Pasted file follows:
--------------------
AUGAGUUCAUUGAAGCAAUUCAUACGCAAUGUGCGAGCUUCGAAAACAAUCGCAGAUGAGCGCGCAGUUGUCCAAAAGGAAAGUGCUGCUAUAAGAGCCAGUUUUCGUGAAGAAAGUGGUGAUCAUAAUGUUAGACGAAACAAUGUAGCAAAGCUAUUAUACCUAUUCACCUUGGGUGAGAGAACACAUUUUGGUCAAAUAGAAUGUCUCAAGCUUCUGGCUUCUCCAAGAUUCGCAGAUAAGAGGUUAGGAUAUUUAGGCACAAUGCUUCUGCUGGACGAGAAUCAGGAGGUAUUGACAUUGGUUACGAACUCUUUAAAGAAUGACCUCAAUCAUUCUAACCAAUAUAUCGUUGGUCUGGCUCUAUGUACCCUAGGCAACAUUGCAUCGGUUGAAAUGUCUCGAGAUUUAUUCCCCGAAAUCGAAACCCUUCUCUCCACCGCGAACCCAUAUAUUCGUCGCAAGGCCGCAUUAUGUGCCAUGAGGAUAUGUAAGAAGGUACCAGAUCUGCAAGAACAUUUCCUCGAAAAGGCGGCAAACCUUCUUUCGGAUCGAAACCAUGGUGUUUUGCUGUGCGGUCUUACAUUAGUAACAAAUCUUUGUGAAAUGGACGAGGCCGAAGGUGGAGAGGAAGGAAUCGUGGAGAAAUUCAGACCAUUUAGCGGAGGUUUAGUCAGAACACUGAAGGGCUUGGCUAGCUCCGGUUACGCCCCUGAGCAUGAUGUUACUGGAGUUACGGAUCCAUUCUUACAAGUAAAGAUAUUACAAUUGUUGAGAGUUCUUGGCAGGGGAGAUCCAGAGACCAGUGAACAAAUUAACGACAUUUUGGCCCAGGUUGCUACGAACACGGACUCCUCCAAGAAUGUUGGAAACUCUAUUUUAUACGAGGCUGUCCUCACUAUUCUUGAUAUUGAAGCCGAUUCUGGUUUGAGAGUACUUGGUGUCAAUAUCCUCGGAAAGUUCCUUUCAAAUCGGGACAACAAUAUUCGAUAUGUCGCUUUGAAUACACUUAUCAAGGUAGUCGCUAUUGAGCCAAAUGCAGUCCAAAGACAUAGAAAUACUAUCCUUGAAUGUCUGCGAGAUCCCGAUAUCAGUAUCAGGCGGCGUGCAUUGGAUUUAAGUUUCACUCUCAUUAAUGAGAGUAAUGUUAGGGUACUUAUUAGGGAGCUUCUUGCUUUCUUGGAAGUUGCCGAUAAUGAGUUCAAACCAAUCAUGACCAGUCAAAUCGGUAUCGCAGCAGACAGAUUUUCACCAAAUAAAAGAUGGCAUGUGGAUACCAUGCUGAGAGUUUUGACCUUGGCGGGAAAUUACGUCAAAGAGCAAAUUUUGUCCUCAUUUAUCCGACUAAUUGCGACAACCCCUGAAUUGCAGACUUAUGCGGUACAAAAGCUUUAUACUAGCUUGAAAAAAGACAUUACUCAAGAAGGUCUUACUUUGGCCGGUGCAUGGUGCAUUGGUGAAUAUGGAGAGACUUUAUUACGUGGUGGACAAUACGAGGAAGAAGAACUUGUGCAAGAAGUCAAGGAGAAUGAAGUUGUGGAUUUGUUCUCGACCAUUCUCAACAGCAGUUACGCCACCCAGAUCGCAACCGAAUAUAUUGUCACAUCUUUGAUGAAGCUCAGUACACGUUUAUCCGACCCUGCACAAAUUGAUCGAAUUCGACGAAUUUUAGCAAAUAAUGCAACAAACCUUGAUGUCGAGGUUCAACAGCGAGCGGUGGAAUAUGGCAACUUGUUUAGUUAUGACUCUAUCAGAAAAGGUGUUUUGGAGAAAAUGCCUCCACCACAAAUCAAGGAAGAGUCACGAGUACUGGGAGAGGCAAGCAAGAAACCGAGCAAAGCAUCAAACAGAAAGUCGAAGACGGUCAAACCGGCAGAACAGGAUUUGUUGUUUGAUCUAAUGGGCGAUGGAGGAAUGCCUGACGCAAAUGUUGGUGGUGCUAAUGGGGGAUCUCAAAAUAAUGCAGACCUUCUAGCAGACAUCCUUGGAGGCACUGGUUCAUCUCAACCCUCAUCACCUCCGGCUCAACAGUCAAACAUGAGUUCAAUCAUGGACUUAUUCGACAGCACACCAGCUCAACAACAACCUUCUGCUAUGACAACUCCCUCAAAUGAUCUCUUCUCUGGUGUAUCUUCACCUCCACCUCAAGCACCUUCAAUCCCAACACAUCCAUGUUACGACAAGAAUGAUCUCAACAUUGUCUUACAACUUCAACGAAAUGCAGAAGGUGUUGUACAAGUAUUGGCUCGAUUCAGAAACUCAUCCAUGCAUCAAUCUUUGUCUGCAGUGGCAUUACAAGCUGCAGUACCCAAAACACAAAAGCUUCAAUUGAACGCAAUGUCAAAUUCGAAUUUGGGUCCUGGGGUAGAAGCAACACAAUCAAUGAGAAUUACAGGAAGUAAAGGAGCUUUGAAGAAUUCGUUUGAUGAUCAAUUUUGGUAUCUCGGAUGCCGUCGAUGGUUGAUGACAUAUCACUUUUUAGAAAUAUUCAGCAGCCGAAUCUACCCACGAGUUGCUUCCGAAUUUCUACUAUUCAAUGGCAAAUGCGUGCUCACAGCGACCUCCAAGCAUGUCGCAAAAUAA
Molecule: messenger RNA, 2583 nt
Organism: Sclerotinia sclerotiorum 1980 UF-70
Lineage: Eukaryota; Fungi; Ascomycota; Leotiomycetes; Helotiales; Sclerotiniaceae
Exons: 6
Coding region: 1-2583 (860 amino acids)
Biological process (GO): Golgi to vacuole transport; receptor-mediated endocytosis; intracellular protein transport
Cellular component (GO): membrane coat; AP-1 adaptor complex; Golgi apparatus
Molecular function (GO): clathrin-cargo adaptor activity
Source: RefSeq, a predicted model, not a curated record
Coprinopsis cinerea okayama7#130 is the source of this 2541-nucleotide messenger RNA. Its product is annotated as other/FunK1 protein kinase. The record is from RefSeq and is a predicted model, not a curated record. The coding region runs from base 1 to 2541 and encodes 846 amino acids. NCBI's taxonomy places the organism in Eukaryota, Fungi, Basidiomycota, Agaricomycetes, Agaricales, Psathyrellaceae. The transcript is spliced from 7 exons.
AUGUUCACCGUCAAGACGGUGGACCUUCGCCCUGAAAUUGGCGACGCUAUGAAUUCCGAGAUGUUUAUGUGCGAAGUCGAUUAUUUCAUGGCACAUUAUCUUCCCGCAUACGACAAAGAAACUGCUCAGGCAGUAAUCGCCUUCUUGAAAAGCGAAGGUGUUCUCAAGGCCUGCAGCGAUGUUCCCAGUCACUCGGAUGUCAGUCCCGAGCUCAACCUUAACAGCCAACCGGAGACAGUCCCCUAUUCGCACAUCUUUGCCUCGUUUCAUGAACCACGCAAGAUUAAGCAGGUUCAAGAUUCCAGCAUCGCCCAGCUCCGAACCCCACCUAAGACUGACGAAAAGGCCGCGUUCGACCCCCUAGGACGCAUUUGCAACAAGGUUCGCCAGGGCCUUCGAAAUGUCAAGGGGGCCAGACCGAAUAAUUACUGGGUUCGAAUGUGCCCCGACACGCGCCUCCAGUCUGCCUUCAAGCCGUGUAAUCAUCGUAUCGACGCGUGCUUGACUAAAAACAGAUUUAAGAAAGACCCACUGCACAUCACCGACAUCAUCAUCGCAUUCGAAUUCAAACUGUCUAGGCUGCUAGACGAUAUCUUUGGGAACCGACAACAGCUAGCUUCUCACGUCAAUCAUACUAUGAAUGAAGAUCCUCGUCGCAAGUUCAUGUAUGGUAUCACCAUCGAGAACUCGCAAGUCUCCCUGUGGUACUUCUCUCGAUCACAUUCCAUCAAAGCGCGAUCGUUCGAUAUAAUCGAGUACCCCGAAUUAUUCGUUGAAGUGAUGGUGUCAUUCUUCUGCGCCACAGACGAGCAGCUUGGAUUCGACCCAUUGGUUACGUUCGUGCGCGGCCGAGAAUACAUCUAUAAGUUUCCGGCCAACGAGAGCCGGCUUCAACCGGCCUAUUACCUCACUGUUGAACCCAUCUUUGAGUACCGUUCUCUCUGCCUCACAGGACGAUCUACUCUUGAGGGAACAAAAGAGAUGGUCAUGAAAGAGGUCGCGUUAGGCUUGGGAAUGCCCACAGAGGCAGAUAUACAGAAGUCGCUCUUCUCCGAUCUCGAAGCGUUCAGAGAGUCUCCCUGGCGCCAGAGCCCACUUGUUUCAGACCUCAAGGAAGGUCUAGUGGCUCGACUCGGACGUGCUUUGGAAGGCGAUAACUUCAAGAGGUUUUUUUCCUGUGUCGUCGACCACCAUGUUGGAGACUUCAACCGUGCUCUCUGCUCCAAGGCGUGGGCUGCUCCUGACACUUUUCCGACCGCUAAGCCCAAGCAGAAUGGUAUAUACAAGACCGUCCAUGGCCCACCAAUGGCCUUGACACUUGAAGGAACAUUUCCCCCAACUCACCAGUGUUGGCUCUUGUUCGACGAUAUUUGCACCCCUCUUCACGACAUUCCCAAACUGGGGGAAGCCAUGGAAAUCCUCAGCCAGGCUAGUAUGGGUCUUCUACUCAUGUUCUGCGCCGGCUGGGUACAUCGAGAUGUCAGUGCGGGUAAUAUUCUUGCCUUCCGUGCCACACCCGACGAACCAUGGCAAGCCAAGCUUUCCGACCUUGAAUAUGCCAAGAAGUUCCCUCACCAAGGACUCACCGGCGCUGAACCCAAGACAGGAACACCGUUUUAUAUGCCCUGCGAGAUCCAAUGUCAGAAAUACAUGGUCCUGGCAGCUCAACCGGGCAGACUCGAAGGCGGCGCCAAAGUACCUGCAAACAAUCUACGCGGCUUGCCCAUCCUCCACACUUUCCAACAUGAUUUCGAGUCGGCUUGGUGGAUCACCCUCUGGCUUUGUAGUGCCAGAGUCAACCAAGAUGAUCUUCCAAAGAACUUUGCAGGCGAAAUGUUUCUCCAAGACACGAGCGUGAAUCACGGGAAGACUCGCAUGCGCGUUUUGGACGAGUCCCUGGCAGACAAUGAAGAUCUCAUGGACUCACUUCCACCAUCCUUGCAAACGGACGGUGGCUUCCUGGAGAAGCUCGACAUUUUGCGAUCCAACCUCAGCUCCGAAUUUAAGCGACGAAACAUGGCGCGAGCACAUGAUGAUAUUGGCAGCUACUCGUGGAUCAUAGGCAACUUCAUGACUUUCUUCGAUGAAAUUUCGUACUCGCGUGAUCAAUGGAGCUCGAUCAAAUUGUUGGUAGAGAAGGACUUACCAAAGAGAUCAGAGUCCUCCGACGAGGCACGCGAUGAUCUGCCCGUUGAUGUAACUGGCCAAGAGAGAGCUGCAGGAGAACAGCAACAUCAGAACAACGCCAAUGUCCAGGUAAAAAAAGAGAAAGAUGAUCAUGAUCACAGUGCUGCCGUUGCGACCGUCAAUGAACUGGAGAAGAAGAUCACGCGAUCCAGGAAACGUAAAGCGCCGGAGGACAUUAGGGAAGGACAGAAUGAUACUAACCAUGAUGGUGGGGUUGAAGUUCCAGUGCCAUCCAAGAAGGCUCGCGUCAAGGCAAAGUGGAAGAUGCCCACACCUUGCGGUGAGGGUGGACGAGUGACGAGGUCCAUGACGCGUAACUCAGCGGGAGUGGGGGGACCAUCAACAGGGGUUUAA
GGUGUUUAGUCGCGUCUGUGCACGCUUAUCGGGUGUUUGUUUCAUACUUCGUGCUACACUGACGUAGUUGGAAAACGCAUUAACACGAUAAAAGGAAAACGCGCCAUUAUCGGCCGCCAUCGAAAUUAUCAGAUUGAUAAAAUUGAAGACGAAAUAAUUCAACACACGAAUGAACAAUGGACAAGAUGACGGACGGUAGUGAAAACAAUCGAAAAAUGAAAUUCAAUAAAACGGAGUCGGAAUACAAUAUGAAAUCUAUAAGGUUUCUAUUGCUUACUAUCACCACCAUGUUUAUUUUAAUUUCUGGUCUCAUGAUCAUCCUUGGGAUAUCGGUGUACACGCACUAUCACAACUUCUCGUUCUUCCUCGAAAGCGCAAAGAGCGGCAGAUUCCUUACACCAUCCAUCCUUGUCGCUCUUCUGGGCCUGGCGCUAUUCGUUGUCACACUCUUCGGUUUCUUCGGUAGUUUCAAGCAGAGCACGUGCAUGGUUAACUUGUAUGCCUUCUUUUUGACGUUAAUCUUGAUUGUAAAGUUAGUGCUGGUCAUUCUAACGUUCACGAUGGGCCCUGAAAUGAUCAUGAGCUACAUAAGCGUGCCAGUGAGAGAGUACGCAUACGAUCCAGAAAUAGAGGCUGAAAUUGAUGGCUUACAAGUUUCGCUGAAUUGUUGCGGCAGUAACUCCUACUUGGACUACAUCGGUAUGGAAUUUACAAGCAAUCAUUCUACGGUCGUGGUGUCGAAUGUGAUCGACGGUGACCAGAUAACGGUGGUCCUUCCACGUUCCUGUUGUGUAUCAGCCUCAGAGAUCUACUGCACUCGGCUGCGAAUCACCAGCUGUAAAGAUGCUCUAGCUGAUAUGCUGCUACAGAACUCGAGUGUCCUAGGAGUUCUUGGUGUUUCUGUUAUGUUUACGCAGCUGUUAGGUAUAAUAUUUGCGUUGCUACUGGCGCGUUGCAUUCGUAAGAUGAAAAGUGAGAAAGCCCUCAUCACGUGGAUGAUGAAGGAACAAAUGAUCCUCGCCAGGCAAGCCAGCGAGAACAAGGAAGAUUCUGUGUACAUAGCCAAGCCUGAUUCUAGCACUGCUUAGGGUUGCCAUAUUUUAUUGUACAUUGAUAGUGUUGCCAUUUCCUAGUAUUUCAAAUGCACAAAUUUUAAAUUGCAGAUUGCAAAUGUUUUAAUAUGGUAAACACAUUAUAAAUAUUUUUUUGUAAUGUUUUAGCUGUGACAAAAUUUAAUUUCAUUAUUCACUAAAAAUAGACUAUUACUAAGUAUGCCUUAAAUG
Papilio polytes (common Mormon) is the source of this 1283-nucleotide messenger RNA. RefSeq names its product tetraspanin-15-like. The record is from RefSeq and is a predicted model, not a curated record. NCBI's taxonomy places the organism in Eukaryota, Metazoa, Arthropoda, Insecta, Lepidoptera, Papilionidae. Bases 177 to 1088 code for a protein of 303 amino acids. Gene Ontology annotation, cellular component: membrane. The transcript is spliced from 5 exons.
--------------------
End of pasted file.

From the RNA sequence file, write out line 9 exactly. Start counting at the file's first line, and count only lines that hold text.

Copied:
Molecular function (GO): clathrin-cargo adaptor activity